Professor in Sámi studies and digital humanities.
Deputy director of the reserach infrastructure Huminfra.
I have a Ph.D. in the Sami Studies 2008 with the thesis Revoicing Sámi narratives. North Sámi storytelling at the turn of the 20th century (Sámi Dutkan, Umeå University).
I conduct research within the focus area of digital practices. My research interests are cultural forms of expression, storytelling and narrative (from oral to digital) as well as critical studies in minority and indigenous research. Ethical and methodological perspectives on digital research are other topical issues in my research.
I am deputy director of the reserach infrastructure Huminfra.
- “Data Is the New Oil” (DINO): Digital transformation – negotiating societal benefits and personal integrity” (MAW 2023-2026).
Data and the digital transformation of society are expected to transform our era as much as oil did in the 19th century. The result is supposed to be new innovations and services, sustainable business models, climate improvements and safer, more equal societies.
This transition is based on access to data on the lives and habits of individuals, e.g. in the form of welfare and health data, societal infrastructure, economic transactions and social media.
On the one hand, the prerequisite is that these data must be made available, shared, coordinated and processed by various actors in areas such as trade and industry, security and welfare for the development of new services and optimization of resources. On the other hand, people are concerned about their privacy, both in relation to data collection about them in general, and as regards their online activities.
This conflict lies at the very heart of the project, in which the researchers intend to study the tension arising between individual privacy and the digitization process driven by businesses as well as the UN, the EU, the Swedish government and others. What motives do people have for participating in, or trying to avoid being part of, a data-driven future?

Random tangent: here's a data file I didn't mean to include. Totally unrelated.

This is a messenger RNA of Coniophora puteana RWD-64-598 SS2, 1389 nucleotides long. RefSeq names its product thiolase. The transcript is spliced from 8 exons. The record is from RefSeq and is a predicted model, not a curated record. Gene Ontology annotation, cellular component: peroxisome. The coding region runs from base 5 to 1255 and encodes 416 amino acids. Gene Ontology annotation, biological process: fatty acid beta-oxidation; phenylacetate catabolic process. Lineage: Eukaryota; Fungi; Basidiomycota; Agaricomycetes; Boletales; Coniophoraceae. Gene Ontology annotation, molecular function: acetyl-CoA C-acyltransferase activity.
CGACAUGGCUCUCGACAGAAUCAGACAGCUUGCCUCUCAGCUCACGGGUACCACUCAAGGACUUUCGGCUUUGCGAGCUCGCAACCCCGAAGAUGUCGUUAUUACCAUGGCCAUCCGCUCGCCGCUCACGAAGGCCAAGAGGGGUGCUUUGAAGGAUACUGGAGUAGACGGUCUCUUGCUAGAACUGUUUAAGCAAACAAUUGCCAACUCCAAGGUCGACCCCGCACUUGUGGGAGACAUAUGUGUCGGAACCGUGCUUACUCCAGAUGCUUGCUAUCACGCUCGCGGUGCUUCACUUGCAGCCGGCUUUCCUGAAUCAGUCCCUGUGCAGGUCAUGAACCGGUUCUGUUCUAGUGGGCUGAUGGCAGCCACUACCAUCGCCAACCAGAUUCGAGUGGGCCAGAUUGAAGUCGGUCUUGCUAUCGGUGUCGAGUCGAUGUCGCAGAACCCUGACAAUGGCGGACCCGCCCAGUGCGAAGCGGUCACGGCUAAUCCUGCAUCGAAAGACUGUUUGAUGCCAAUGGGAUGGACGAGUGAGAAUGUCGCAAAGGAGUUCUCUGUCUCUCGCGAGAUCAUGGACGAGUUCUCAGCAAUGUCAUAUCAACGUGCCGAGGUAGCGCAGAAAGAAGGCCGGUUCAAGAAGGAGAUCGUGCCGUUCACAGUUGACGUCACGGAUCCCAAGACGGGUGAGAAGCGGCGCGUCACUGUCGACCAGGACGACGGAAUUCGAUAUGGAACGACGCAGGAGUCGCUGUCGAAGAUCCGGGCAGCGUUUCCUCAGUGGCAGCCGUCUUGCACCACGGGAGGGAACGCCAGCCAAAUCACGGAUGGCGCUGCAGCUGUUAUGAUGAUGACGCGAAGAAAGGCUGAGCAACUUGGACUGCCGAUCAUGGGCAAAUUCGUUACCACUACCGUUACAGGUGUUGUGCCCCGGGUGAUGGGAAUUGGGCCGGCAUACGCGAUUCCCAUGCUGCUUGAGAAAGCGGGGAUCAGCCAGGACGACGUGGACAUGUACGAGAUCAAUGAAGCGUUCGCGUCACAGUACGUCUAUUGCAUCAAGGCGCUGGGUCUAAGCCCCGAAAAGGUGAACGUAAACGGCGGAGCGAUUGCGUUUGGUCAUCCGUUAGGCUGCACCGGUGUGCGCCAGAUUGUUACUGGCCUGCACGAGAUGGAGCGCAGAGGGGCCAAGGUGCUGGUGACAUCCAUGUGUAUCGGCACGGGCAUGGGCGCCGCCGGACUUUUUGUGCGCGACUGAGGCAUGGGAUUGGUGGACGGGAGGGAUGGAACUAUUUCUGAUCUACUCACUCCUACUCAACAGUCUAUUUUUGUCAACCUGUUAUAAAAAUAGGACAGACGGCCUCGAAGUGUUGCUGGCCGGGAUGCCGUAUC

- The language of place-making. A mixed-method analysis of the linguistic landscapes (FORMAS, 2019-2022)
The project focuses on linguistic landscapes (languages on signs etc.) in Norrland. The purpose is to investigate how languages as they materialize in our environment contribute to creating public spaces. With the help of qualitative and quantitative methods, we describe and analyze which languages are visible and which are not, and relate these results to demographic, socio-economic and spatial characteristics in different places. This will enable us to understand how urban and rural environments are created with the help of majority, indigenous and minority languages.
- iAccept: Soft surveillance – between acceptance and resistance (The Foundation Marcus and Amalia Wallenberg's Memorial Fund, 2018-2021)
Within this project, I investigate how surveillance is perceived by the public and various practices linked to monitoring.
- The Societal Dimensions of Sámi Research (The Research Council of Norway, 2018-2020)
This project is funded by the Research Council of Norway and is based at Tromsø University. It examines the social conditions that framed the production of academic knowledge during different periods. The research group is interdisciplinary and focuses on research and societal relations in the Nordic countries from the Lappology time to the present.
Within the framework of this project, I study contemporary conditions for Sami research in today's society with particular focus on the digital media landscape, on the one hand, and the development of the field of indigenous research on the other.
- DISLIFE Liveable disabilities: Life courses and opportunity structures across time (ERC, 2017-2018)
My research examines the use of social media and its role for people with disabilities, eg. for activism, self-representation and negotiation of authority.
- Production and mediation of indigenous knowledge: oral and mediated strategies for expressing Sámi identities (FORMAS 2013-2016).
In this project, I have investigated the role of the internet and digital technology for the production and communication of knowledge. Thanks to the internet, the opportunities for indigenous peoples to communicate and express their culture have increased significantly. Many stories get a spread far beyond what was previously possible. Digital tools for producing and reproducing folkloric genres provide increased opportunities for the creation of new traditions and new interpretations.
I teach at undergraduate, advanced and postgraduate level in ethnology, Sami studies/minority studies and digital humanities, for instance on the topics of cultural heritage issues, ethics, qualitative methods, digital ethnography and other digital research practices.
A national infrastructure which will facilitate accessibility to digital resources and expertise in Sweden